Cosby is not just an entertainment figure seeking to elevate his celebrity status by hitching a ride on a hot news story. At this point in his life and career, he is above and beyond that, and his thoughts on violent crime all the more relevant because he speaks from the perspective of personal tragedy. His son, Ennis, was shot to death in a roadside robbery where he had stopped to change a tire on his car in 1997.
The Martin case has reignited the national debate over gun control, the right of law-abiding citizens to carry concealed weapons, and especially the “Stand Your Ground” laws passed in Florida and two dozen other states that were passed to give legal protection to people who use deadly force to defend themselves if they feel threatened, without requiring them first to attempt to escape.
Critics of “Stand Your Ground” argue that ambiguous wording in those laws give people, in essence, a license to kill, and Martin’s shooter has become the symbol of what they say is wrong with the law.
Florida state officials last week appointed a 17-member task force to hold public hearings and make recommendations about whether changes in the law need to be made.
We hope the task force takes a rational and even-handed approach in their study of the subject. The anti-gun crowd relishes the emotionally charged atmosphere that follows in the wake of tragedy. Anti-gunners are ever ready for opportunities to incrementally chip away at the “right to keep and bear arms,” a liberty guarded by millions of law-abiding Americans who never have and never will use firearms to harm anyone.
To firearms owners, Cosby’s plea to get guns off the street sounds like a call to disarm people who abide by the law – which would leave them at the mercy of people who do not.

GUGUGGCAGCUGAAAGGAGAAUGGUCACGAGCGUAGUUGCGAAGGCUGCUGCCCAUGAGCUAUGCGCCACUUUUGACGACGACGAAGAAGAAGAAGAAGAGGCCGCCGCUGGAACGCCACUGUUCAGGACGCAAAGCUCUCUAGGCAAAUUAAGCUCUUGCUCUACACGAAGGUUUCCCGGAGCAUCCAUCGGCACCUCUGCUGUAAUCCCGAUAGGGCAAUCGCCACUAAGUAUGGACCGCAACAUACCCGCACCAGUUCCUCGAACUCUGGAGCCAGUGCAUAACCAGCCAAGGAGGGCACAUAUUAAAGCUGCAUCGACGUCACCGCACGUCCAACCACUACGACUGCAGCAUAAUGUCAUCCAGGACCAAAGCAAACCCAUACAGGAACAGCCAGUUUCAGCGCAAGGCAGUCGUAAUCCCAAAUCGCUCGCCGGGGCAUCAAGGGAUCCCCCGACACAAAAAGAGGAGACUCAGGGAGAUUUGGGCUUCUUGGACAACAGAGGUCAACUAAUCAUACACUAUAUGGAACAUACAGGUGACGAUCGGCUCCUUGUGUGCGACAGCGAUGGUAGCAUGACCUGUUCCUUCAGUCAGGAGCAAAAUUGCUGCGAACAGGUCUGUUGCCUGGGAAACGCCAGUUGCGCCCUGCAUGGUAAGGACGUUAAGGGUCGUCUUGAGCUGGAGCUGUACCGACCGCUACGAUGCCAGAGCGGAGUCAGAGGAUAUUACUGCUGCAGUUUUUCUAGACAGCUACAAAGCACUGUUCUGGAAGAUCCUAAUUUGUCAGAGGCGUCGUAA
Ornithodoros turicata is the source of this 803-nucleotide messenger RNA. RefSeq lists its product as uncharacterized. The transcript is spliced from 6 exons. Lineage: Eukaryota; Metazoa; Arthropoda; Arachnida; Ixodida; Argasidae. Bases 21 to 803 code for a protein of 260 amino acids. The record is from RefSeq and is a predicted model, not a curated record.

Florida eased its requirements for carrying concealed weapons in 1987 after a series of high-profile robberies and murders of out-of-state visitors along its interstate highways and tourist areas. It is a state with no state income tax where revenue comes from soaking tourists while they soak in the sunshine. There was an urgency to allow legal self-defense before “tourist season” took on a sinister new meaning.
A number of other states also passed legislation allowing concealed carry of handguns and, coincidentally, violent crime rates began dropping across the country — even in states that did not change their laws.
Perhaps “Stand Your Ground” needs another look, but we don’t think concealed carry rights should be rolled back.
We’re not defending the shooting of Trayvon Martin. That is a tragic, twisted case, and the full truth of what happened may never be known. But to use that tragedy as a tool to strip away the rights of law-abiding Americans would also be tragic.
Cosby tells us he chooses not to own a firearm. We respect his right to make that choice and we think he should respect the rights of his fellow citizens to make their own choices. And we wish Ennis Cosby had been armed on that Los Angeles roadside that night all those years ago. His story might have had a different ending. At least he would have had a chance.